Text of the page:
Resilience in a time of war: Wartime stress and teens
What does war mean to you?
It may seem like the war has nothing to do with you. On the other hand, the news can seem overwhelming. You may have a friend in JROTC or ROTC, or you may have a relative in the military. And, with the threat of terrorism, the war can get close to home pretty quickly. You keep hearing about being prepared for war — is there something you can do to prepare mentally? The good news is that you can learn the skills of resilience — the ability to adapt well in the face of hard times and disasters, such as hurricanes, earthquakes or fires; tragedy; threats; or even high stress. What are some tips that can help you learn resilience? As you use these tips, keep in mind that each person's journey along the road to resilience will be different — what works for you may not work for your friends.
Talk About It. Talk with your friends and, yes, even with your parents. Understand that your parents may have more experience with war than you do, and they may be afraid as well. In fact, it may be harder for them to talk about it than it is for you! Don't be afraid to express your opinion, even if your parent or friend takes the opposite view. Ask questions and listen to the answers. And, understand that some people may express hatred for people from a certain country or religion — it doesn't mean that you have to. Get connected to your community, whether it's as part of a church group or of a high school group.
Turn It Off. You want to stay informed — you may even have homework that requires you to watch the news. But try to limit the amount of news you take in, whether it's from television, newspapers, magazines or the Internet. Watching a news report once informs you; watching it over and over again just adds to the stress and contributes no new knowledge.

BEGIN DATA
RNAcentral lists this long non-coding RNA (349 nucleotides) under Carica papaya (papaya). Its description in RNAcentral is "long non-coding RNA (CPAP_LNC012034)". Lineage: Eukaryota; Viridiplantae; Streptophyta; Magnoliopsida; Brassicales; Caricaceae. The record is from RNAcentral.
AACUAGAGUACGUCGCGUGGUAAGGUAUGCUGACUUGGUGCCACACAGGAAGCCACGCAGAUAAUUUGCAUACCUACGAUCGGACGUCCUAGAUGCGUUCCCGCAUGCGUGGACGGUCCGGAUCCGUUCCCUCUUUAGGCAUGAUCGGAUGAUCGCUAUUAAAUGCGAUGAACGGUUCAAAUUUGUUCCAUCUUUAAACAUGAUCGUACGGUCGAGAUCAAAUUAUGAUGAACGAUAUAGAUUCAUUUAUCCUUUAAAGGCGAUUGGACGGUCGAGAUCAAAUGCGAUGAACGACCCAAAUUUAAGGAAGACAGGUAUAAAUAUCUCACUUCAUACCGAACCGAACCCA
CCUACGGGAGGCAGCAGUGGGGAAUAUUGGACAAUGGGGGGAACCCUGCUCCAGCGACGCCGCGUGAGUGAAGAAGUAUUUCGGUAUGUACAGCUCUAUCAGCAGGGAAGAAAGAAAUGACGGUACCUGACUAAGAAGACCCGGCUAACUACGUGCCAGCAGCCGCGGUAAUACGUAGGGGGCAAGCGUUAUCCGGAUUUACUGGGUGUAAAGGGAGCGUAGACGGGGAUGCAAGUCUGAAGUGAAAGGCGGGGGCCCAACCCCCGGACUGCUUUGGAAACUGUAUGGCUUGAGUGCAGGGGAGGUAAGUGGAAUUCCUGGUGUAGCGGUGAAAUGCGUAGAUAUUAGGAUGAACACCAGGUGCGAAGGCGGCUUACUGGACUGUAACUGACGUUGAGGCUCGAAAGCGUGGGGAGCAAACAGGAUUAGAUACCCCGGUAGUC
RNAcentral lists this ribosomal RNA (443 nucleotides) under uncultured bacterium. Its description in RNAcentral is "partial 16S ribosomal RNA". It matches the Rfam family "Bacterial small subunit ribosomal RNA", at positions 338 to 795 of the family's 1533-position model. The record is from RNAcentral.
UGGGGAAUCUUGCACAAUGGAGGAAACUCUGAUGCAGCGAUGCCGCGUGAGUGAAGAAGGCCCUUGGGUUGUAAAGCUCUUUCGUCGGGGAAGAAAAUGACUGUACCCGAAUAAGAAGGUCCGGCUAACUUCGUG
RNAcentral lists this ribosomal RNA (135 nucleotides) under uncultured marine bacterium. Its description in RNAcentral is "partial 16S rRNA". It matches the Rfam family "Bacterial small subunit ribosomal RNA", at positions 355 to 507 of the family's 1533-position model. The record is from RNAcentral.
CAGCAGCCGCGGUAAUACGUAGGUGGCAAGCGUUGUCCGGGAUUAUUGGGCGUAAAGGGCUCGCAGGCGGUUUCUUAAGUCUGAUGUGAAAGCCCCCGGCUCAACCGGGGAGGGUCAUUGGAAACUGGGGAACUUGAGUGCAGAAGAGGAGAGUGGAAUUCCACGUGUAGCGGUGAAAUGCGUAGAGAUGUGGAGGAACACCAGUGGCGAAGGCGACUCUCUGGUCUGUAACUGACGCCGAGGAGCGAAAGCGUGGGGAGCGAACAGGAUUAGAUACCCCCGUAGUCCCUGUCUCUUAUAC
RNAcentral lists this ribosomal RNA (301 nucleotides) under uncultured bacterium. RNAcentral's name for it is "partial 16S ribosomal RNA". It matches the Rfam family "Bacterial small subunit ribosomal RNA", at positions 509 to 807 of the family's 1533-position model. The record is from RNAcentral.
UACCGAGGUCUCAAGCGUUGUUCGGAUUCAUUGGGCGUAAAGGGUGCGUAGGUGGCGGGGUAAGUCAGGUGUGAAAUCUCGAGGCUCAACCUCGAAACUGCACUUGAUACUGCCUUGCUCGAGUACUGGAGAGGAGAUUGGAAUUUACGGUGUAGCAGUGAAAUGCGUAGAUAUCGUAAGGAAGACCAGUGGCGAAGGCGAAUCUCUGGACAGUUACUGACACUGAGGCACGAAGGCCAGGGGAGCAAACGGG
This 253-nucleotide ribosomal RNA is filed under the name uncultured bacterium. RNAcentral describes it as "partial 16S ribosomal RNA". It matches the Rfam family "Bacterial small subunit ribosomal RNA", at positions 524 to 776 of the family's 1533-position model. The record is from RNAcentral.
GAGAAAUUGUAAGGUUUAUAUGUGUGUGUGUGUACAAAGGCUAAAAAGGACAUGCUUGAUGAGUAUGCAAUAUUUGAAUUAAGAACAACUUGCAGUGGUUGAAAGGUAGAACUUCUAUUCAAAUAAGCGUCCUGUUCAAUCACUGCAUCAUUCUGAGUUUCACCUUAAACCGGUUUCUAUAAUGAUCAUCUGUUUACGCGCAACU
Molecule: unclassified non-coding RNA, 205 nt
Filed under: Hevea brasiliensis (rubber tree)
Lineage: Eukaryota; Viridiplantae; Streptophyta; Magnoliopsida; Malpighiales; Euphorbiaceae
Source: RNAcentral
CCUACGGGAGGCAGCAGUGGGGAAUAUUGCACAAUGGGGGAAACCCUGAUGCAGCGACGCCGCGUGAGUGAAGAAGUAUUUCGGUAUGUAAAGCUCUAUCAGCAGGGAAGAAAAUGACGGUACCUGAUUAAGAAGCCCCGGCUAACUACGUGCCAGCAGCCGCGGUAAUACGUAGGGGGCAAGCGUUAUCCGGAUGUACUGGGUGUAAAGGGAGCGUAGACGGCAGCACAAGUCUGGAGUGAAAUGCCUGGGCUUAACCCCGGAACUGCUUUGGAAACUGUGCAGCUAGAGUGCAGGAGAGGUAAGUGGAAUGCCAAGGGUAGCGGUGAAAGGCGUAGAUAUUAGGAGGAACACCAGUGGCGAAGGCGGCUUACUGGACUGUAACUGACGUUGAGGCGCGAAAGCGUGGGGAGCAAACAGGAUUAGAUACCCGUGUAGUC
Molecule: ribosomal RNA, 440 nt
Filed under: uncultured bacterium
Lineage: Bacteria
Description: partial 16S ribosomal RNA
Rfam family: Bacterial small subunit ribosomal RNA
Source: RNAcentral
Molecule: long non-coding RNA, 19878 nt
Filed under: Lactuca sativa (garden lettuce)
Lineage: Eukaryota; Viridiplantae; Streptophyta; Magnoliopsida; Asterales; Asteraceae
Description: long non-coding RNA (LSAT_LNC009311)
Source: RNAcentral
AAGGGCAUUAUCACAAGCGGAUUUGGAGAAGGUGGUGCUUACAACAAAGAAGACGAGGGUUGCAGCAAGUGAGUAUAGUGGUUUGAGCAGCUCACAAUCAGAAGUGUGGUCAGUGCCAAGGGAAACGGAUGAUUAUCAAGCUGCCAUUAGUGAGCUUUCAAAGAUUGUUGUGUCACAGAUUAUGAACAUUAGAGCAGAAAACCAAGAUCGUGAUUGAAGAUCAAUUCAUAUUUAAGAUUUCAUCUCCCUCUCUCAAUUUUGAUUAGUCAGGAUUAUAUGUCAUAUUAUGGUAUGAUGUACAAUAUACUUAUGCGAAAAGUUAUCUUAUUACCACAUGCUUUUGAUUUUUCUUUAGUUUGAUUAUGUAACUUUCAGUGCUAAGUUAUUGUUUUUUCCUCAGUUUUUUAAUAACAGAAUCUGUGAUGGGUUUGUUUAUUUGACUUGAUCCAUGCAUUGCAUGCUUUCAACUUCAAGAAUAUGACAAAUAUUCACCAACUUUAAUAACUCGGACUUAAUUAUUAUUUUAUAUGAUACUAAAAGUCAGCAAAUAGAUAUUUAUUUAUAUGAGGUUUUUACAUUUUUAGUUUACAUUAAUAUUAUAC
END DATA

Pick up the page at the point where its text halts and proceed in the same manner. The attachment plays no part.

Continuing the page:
Cut Yourself Some Slack. The stresses of war may heighten daily stresses. Your emotions might already be all over the map because of hormones and physical changes; the uncertainty during a time of war can make these shifts seem more extreme. Be prepared for this and go a little easy on yourself, and on your friends.
Create a No-War Zone. Make your room or apartment a "no war zone" — home should be a haven, free from the stress and anxieties associated with war. Understand that your parents and siblings are under wartime stresses as well and may want to spend a little more time than usual with you.
Stick to the Program. Spending time in high school or on a college campus means more choices; so let home be your constant. During a time of war, map out a routine and stick to it. You'll be doing all kinds of new things, but don't forget the routines that give you comfort, whether they are the things you do before class, going out to lunch or having a nightly phone call with a friend.
Take Care of Yourself. Be sure to take care of yourself — physically, mentally and spiritually. And get sleep. If you don't, you may be more grouchy and nervous at a time when you have to stay sharp. There's a lot going on, and it's going to be tough to face if you're falling asleep on your feet.
Take Control. Make sure you are included in any emergency planning at home, school or work. Go over what each person will do in different scenarios, such as in a military emergency while you're at school versus at home. If you've got a family member or friend in the military, get as much information as you can about where that person will be, how long they'll be gone and how often they'll be able to contact you.
Express Yourself. War can bring up a bunch of conflicting emotions, but sometimes, it's just too hard to talk to someone about what you're feeling. If talking isn't working, do something else to capture your emotions, such as starting a journal or creating art.